Ways to Optimize Your Refrigeration Efficiency & Lower Energy Costs
Sixty percent of a manufacturing facility’s total operating expenses come from industrial refrigeration. It’s no surprise that refrigeration efficiency is a priority…
Sixty percent of a manufacturing facility’s total operating expenses come from industrial refrigeration. It’s no surprise that refrigeration efficiency is a priority.
However, engineers often look to optimize individual components rather than taking a holistic approach, leading to wasted energy and operational inefficiencies. To avoid this fragmented approach, here are six steps to optimize the entire system and achieve the greatest energy efficiency:
1. Optimize Settings
Condensing pressure should typically be run as low as possible. Suction pressure should also be run as low as possible while still maintaining the desired room or product temperatures. Even adjusting the suction pressure up a degree could mean a 1.5 percent savings for those compressors. There are many different settings and parts that can be checked to ensure optimal performance.
2. Size compressors to match loads as closely as possible
Selecting appropriately sized compressors up front can make or break your efficiency. Two equally sized compressors, each running at 50 percent capacity, can require 30 percent more horsepower than one compressor running at 100 percent.
It’s also a good practice to include different-sized compressors, and to sequence them properly to keep machines as fully loaded as possible. For large systems, large compressors handle the majority of the load, while a smaller unit can be included as a trim compressor to handle the swings. This will keep the larger compressor fully loaded at all times. An analysis can help detect problems and find solutions to help compressors perform at their peak.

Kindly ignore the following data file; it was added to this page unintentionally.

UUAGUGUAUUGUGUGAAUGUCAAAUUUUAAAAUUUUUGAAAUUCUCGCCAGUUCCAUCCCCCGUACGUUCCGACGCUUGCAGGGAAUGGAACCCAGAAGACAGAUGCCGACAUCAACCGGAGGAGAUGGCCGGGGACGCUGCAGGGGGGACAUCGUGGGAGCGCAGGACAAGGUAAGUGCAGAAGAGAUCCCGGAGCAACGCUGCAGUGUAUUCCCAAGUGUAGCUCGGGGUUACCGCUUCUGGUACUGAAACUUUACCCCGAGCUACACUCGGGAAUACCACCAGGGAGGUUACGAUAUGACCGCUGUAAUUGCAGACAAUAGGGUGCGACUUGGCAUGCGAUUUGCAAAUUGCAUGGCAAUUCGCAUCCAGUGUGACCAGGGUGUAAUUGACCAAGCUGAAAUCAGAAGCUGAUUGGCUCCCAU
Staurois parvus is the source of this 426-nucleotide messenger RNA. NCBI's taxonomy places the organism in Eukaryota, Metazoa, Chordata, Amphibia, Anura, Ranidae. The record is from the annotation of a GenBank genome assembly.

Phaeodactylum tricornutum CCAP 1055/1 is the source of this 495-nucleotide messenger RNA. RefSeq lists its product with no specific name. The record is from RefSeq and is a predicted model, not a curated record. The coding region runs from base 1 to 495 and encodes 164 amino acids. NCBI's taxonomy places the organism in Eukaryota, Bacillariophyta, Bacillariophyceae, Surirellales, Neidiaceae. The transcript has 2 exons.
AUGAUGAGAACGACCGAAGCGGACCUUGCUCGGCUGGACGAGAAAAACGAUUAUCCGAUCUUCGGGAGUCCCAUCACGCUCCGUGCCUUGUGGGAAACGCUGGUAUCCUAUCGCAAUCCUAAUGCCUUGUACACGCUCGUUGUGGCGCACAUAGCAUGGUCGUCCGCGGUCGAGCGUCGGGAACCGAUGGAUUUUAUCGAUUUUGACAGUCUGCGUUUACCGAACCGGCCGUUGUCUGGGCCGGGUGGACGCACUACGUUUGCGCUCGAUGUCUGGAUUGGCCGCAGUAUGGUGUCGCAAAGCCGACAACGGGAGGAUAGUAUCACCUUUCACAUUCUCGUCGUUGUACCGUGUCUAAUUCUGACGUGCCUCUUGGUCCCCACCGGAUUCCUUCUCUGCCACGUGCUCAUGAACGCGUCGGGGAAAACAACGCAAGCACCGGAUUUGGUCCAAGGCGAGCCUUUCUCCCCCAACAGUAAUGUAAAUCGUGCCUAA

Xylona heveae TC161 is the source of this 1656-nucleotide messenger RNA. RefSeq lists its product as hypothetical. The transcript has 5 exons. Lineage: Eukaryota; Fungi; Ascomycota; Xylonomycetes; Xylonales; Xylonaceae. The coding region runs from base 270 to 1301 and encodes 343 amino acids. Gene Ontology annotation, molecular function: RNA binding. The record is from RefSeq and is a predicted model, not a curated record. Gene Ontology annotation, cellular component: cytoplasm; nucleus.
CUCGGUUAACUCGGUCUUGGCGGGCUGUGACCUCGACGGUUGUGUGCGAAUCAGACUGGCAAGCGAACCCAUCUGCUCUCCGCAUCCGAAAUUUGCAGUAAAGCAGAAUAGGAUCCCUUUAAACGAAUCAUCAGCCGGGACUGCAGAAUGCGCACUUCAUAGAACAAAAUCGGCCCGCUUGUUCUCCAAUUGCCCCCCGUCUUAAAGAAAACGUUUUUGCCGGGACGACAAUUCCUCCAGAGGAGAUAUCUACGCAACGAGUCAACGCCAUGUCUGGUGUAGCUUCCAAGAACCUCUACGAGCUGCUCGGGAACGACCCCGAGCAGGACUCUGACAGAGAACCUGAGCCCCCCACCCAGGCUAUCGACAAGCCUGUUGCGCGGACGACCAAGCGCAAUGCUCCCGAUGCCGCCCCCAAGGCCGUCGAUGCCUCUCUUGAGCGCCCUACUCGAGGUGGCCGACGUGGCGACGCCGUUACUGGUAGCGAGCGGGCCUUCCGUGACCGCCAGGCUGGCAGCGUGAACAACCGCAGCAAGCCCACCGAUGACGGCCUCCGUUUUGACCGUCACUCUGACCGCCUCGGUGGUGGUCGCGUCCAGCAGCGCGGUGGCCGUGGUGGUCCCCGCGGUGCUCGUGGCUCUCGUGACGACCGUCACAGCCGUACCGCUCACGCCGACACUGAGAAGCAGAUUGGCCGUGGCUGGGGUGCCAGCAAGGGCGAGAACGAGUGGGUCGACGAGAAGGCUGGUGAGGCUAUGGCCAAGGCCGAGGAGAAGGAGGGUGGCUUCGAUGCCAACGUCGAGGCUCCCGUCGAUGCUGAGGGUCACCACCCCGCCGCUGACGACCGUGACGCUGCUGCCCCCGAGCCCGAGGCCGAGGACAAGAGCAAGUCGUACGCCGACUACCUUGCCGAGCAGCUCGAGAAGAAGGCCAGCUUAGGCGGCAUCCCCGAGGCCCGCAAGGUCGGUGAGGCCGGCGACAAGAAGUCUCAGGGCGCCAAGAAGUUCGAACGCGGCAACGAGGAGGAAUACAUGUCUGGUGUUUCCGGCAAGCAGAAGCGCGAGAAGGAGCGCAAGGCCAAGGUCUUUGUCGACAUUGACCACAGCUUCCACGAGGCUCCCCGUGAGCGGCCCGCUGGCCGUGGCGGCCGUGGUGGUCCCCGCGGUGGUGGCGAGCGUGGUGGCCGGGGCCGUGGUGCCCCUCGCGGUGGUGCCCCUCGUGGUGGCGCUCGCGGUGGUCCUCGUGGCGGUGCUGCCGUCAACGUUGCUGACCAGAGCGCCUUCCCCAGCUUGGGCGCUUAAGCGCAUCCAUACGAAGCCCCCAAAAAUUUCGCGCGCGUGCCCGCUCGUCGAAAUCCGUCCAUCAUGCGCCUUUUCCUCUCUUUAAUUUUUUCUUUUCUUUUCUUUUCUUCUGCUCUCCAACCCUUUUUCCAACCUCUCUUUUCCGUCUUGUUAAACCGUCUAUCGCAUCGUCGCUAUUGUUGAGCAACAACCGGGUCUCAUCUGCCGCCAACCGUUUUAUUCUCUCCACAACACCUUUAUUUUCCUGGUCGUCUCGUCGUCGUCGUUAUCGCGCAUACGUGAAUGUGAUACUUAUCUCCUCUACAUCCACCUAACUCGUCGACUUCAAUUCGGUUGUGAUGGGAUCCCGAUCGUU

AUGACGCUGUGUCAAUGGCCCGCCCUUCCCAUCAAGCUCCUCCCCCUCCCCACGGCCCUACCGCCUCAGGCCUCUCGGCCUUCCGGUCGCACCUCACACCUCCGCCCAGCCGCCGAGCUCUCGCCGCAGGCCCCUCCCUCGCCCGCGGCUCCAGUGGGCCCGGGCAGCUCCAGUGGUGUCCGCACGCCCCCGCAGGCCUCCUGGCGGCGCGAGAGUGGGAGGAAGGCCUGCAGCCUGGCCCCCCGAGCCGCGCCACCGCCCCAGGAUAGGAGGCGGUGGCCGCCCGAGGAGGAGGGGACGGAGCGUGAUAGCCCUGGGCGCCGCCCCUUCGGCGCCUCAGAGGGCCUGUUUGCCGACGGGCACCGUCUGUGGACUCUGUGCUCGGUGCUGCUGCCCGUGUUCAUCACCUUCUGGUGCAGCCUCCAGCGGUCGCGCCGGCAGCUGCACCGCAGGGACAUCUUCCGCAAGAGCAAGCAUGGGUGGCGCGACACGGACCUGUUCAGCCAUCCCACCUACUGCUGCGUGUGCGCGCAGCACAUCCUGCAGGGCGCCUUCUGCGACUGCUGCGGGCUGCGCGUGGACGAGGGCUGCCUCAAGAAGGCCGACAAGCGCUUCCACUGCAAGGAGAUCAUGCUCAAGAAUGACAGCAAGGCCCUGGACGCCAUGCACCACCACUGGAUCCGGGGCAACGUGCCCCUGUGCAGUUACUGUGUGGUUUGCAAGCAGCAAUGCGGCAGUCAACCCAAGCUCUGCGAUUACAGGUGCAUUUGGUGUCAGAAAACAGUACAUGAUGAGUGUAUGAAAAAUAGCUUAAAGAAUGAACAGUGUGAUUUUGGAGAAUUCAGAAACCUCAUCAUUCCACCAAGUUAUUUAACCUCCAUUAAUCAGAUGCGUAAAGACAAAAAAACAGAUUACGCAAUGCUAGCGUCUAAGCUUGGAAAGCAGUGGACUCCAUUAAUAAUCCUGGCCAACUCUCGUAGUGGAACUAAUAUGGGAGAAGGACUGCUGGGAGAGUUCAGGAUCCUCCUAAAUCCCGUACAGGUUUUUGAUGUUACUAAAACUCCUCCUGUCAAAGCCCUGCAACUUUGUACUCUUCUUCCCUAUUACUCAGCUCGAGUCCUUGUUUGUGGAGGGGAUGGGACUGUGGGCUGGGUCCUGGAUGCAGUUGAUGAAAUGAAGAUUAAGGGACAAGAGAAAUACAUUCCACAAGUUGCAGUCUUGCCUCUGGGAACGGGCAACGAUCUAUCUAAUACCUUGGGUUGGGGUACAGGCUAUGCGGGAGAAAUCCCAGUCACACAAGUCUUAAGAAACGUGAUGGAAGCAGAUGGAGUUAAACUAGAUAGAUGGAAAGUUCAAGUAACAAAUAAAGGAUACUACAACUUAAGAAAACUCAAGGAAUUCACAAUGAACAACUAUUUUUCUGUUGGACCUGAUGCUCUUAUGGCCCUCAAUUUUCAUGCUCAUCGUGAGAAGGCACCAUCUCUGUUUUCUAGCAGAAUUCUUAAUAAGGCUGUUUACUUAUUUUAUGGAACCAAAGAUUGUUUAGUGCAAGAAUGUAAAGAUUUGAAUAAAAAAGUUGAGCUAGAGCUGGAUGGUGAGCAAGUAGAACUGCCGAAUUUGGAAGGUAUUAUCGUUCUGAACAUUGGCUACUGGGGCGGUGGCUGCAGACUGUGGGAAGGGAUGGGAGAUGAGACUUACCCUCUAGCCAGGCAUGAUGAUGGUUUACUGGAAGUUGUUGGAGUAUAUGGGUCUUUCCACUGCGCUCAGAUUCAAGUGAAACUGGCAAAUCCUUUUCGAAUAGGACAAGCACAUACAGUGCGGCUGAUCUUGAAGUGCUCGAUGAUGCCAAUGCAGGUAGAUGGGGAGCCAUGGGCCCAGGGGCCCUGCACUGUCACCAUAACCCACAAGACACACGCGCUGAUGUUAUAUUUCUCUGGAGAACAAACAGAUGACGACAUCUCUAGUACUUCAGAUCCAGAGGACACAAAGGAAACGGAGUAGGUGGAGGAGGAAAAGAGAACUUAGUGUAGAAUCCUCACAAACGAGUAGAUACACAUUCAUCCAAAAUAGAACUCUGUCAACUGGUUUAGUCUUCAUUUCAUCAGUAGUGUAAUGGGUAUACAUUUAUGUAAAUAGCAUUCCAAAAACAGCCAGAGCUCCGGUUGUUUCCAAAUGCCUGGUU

3. Install VFDs on screw compressors
Applying variable-frequency drives (VFDs) on screw compressors will optimize mechanical efficiencies of the machines. The best approach is to set the slide valve position at 100 percent and vary the RPM of the motor according to the refrigeration needs of the machine, which allows it to run more efficiently.
4. Install VFDs on condenser motors
Using VFDs on condenser motors can stabilize head pressure and prevent the motors from heavy repeats and intense start/stop cycles. Then, the fans can change speeds so they don’t continually stop and start, which requires additional energy and results in mechanical wear. The biggest payback from a VFD will be on systems with variable load.
5. Use floating head pressure to maintain ideal temperatures
Floating head pressure can be used to maintain the ideal temperature for compressor and condenser operations. Higher condensing temperatures require compressors to work harder. Find the optimal break-even point where the condensers and compressors are cumulatively using the lowest overall horsepower requirements.
6. Use a completely integrated automation system
Running your machine with a completely integrated automation system will ensure efficiency and automate temperature controls within zones. Automating defrost cycles to sequence at different times can result in significant energy savings. An automated system can make calculations and adjustments automatically, whereas a manual system requires constant operator attention, is susceptible to human error and will react more slowly.